Instability of the DSM-IV Subtypes of ADHD from preschool through elementary school.
ABSTRACT The DSM-IV definition of attention-deficit/hyperactivity disorder (ADHD) distinguished 3 subtypes that had not been extensively studied.
To determine whether the ADHD subtypes are stable enough over time to be valid.
Longitudinal study with a greater-than 89% retention rate in 7 assessments over 8 years.
Volunteer sample of 118 4- to 6-year-olds who met DSM-IV criteria for ADHD, including impairment in 2 settings in at least 1 assessment.
Meeting DSM-IV criteria for the subtypes of ADHD during years 2 through 8.
The number of children who met criteria for ADHD declined over time, but most persisted. Children who met criteria for the combined subtype (CT, n = 83) met criteria for ADHD in more subsequent assessments than children in the predominantly hyperactive-impulsive subtype (HT, n = 23). Thirty-one (37%) of 83 CT children and 6 (50%) of 12 children in the predominantly inattentive subtype (IT) met criteria for a different subtype at least twice in the next 6 assessments. Children of the HT subtype were even more likely to shift to a different subtype over time, with HT children who persisted in ADHD mostly shifting to CT in later assessments. The subtypes exhibited consistently different mean levels of hyperactive-impulsive symptoms during years 2 through 8 that corresponded with their initial subtype classifications, but initial subtype differences in inattention symptoms diminished in later years.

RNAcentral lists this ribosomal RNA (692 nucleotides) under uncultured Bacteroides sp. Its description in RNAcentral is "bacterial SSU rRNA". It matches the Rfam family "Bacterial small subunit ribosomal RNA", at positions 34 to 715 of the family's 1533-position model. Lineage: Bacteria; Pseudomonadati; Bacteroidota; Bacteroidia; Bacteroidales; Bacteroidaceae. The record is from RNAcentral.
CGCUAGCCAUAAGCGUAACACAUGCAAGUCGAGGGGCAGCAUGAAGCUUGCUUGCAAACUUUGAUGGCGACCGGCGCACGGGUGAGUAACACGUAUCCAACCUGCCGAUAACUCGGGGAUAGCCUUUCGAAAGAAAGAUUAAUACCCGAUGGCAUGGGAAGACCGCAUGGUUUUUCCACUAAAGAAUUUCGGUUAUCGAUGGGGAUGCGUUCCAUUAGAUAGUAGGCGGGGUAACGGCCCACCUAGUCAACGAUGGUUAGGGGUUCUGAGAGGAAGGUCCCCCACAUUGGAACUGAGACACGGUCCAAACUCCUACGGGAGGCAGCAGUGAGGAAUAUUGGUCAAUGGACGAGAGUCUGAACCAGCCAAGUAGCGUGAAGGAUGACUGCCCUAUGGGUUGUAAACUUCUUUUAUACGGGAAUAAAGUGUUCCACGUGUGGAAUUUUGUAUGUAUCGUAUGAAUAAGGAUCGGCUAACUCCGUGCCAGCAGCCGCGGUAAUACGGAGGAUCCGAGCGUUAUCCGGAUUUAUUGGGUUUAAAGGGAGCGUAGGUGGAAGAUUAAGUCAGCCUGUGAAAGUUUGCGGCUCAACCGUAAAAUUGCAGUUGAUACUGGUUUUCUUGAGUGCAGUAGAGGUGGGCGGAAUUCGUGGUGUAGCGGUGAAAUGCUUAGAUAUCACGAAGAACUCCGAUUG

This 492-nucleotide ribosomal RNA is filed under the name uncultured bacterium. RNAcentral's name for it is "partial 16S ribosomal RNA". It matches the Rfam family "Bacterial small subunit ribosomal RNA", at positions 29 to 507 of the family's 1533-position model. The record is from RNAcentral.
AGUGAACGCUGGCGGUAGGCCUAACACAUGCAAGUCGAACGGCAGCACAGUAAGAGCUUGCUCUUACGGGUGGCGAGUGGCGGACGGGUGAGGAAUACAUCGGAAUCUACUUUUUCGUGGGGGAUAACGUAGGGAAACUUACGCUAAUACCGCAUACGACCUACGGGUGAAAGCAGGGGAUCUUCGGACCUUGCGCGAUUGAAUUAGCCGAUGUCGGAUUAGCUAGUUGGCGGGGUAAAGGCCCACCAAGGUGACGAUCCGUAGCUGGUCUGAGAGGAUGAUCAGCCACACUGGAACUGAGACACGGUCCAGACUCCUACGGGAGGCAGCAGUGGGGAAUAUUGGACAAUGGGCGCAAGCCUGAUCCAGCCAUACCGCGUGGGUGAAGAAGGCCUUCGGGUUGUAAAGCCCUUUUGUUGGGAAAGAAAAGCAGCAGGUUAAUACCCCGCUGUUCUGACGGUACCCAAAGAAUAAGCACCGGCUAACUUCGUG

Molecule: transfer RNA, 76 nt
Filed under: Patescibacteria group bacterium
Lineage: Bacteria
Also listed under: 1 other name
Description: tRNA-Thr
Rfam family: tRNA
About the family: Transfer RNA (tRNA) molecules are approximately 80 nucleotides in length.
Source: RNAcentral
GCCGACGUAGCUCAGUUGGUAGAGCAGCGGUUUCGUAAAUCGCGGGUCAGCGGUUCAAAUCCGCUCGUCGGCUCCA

In younger children, the CT and IT may be stable enough to segregate groups for research, but they seem too unstable for use in the clinical assessment of individual children. Children rarely remain in the HT classification over time; rather, they sometimes desist from ADHD but mostly shift to CT in later years. Using continuous ratings of hyperactivity-impulsivity symptoms as a diagnostic qualifier should be considered as an alternative to classifying nominal subtypes of ADHD in DSM-V.
SourceAvailable from: Claudia Grau Rubio[Show abstract] [Hide abstract]
ABSTRACT: Frequently in scholar context orientation professionals should make an evaluation from the students who present ADHD, using different demonstrated efficacy assessment tools. Taking as reference point the current criteria for the diagnosis of this disorder a qualitative analysis of the items is performed in six scales and questionnaires to collect information from teachers to the ADHD assessment. An assignation from every item to DSM-V criteria allows an analysis from the most frequent items, which ones have been omitted and which ones cannot be classified in any diagnostic criteria because of being referred to different kind of problems. It is noted some items whose are frequently observed and relevant in the school environment do not usually take part of the analyzed instruments or they are underrepresented in them. A good practice strategy is proposed to councilors to conduct proper counseling at school, selecting those tools to assess as many symptoms as possible. Professionals in educational guidance should go further the data offered by a few standardized instruments to offer the proper educational answer to such a complex reality as the ADHD is.04/2014; 25(1):62. DOI:10.5944/reop.vol.25.num.1.2014.12013